Hold me to account, says Rishi Sunak, as he promises to halve inflation, create growth 

Britain’s Prime Minister Rishi Sunak delivers his first major domestic speech of 2023, at Plexal, Queen Elizabeth Olympic Park in east London, on January 4, 2023.

Britain’s Prime Minister Rishi Sunak delivers his first major domestic speech of 2023, at Plexal, Queen Elizabeth Olympic Park in east London, on January 4, 2023.
| Photo Credit: AFP

Facing a country beset with problems that range from a cost of living crisis to deteriorating public services, U.K. Prime Minister Rishi Sunak promised to halve inflation, grow the economy and reduce wait times for medical treatments in a speech that set out his policies for the year.

Mr. Sunak, who has been in office for just over ten weeks, also promised to reduce public debt, and crack down on illegal migration across the English Channel in a speech to an audience in London on Wednesday afternoon.

 “So, five promises – we will: Halve inflation, grow the economy, reduce debt, cut waiting lists, and stop the boats,” Mr. Sunak said, adding, “And we will have either achieved them or not.”

The Prime Minister also used his speech to indicate general policy directions for the country,  including a new education policy that would make some form of mathematics compulsory up to the age of 18. He spoke about the value of family as being central to the policy direction of the current government.

Hours before Mr. Sunak’s speech, the British Retail Consortium announced that food inflation in December had hit a record high of 13.3%. While overall inflation has shown signs of declining, the cost of living crisis has already impacted  Britons significantly, including workers in the public sector.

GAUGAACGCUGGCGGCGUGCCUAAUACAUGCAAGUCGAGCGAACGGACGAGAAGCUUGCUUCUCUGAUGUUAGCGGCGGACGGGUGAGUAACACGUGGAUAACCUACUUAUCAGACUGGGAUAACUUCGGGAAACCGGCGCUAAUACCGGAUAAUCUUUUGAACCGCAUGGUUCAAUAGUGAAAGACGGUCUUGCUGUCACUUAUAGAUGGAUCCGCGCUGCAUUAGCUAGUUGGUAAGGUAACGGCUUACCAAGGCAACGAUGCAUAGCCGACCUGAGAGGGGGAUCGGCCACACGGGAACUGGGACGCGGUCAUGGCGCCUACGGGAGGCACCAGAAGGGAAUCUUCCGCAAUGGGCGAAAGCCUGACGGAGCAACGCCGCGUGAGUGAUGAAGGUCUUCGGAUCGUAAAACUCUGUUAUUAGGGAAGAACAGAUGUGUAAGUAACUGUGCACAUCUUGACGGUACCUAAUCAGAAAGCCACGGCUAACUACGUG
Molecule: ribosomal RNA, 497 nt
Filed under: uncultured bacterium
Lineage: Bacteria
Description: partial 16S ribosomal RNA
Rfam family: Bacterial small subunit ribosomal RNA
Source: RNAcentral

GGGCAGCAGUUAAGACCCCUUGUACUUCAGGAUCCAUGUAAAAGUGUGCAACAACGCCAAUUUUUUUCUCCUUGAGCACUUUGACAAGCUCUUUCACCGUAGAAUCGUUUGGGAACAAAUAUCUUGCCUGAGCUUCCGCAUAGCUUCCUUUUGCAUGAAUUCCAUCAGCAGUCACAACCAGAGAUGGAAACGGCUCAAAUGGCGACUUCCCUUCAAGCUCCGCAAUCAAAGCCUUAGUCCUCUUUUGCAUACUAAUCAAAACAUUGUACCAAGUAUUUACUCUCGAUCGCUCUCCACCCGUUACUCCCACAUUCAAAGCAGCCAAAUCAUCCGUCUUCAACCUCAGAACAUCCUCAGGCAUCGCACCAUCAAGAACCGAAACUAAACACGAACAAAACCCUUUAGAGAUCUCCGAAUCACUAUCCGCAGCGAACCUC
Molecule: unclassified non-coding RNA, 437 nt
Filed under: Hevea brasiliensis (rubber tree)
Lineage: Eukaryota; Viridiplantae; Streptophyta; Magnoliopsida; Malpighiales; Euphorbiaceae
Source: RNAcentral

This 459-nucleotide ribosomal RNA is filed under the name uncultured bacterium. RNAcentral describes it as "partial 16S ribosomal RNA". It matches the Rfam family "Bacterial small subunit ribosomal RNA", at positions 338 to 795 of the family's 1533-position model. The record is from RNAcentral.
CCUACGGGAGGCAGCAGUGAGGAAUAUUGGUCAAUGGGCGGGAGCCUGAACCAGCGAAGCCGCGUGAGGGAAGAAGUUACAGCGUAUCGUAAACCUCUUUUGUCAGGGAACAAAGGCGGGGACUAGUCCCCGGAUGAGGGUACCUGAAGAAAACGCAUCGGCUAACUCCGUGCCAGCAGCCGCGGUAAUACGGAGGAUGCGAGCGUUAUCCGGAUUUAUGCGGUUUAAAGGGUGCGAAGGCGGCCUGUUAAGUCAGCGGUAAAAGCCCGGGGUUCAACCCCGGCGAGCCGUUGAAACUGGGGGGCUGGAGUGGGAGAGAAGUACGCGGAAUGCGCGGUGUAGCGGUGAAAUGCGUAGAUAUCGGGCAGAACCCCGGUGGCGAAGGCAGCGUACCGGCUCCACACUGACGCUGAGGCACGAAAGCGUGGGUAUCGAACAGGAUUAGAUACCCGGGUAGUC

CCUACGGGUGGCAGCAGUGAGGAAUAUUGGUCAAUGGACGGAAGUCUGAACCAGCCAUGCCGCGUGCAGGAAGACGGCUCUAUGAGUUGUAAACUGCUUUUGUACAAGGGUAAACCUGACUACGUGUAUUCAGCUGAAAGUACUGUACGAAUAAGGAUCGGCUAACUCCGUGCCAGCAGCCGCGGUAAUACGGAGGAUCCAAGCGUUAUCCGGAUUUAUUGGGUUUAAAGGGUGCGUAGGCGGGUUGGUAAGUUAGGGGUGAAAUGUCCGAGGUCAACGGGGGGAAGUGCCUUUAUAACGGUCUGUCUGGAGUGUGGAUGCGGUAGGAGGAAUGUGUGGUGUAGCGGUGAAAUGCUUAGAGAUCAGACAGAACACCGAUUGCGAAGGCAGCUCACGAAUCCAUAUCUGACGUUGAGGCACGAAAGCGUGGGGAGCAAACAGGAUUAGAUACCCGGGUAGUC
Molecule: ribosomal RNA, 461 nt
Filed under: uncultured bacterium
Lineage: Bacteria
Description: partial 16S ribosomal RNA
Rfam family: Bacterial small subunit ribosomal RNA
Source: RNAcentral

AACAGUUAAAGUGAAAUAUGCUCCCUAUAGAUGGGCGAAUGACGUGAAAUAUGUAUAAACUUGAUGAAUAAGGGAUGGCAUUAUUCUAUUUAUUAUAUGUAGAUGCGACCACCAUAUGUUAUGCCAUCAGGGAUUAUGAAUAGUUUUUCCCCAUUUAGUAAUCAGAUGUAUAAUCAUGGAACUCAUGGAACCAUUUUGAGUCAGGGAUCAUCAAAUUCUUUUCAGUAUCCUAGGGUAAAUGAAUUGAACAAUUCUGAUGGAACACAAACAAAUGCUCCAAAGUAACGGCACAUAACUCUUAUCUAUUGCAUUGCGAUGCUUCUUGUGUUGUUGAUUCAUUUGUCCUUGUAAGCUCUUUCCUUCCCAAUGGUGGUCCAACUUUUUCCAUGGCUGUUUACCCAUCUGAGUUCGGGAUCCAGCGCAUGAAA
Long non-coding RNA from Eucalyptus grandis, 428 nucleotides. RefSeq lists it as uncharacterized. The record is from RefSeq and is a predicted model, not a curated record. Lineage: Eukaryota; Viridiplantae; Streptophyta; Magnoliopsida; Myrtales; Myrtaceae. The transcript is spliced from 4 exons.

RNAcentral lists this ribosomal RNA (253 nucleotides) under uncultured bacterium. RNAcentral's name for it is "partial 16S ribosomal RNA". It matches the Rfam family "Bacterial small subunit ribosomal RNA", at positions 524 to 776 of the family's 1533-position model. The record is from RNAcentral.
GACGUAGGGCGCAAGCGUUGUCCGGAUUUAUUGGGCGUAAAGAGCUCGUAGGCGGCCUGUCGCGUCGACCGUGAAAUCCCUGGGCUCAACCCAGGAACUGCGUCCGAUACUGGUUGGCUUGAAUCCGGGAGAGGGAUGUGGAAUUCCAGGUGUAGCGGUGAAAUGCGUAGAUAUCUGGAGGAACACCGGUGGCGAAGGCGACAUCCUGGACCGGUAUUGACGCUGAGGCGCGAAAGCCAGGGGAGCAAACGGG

Staff, such as ambulance drivers and nurses, at Britain’s National Health Services (NHS) went on strike in December, demanding better pay and working conditions. This combined with health care staff shortages, a lack of sufficient hospital beds and surging influenza and COVID-19 winter infections has meant painfully long – and sometimes fatal – waiting periods to get treatment.

The BBC reported that a ninety-year-old woman, who had suffered a broken hip from a fall the day after Christmas, had to wait 23 hours for an ambulance and a further four hours inside the ambulance, as she awaited treatment.

Transport and government workers (such as the border force) went on strike in December, with unions announcing further strike days for January.

Mr. Sunak said he valued the work of unions and they had a right to strike but this had to be balanced with the right of the public to “go about their lives.”

Asked why he should be trusted, when the country’s burgeoning problems had been preceded by 13 years of Conservative government, Mr. Sunak pointed to his record during the COVID-19 crisis (when, as Chancellor, he had deployed a scheme that helped companies keep employees on their payroll).

With a general election looming in two years or less, Mr. Sunak, in his speech, repeatedly said he should be “held to account” for achieving his targets. However, he did not specify targets or time frames for all his five promises, acknowledging that some priorities may take more than one parliamentary term and others were not entirely in his control.

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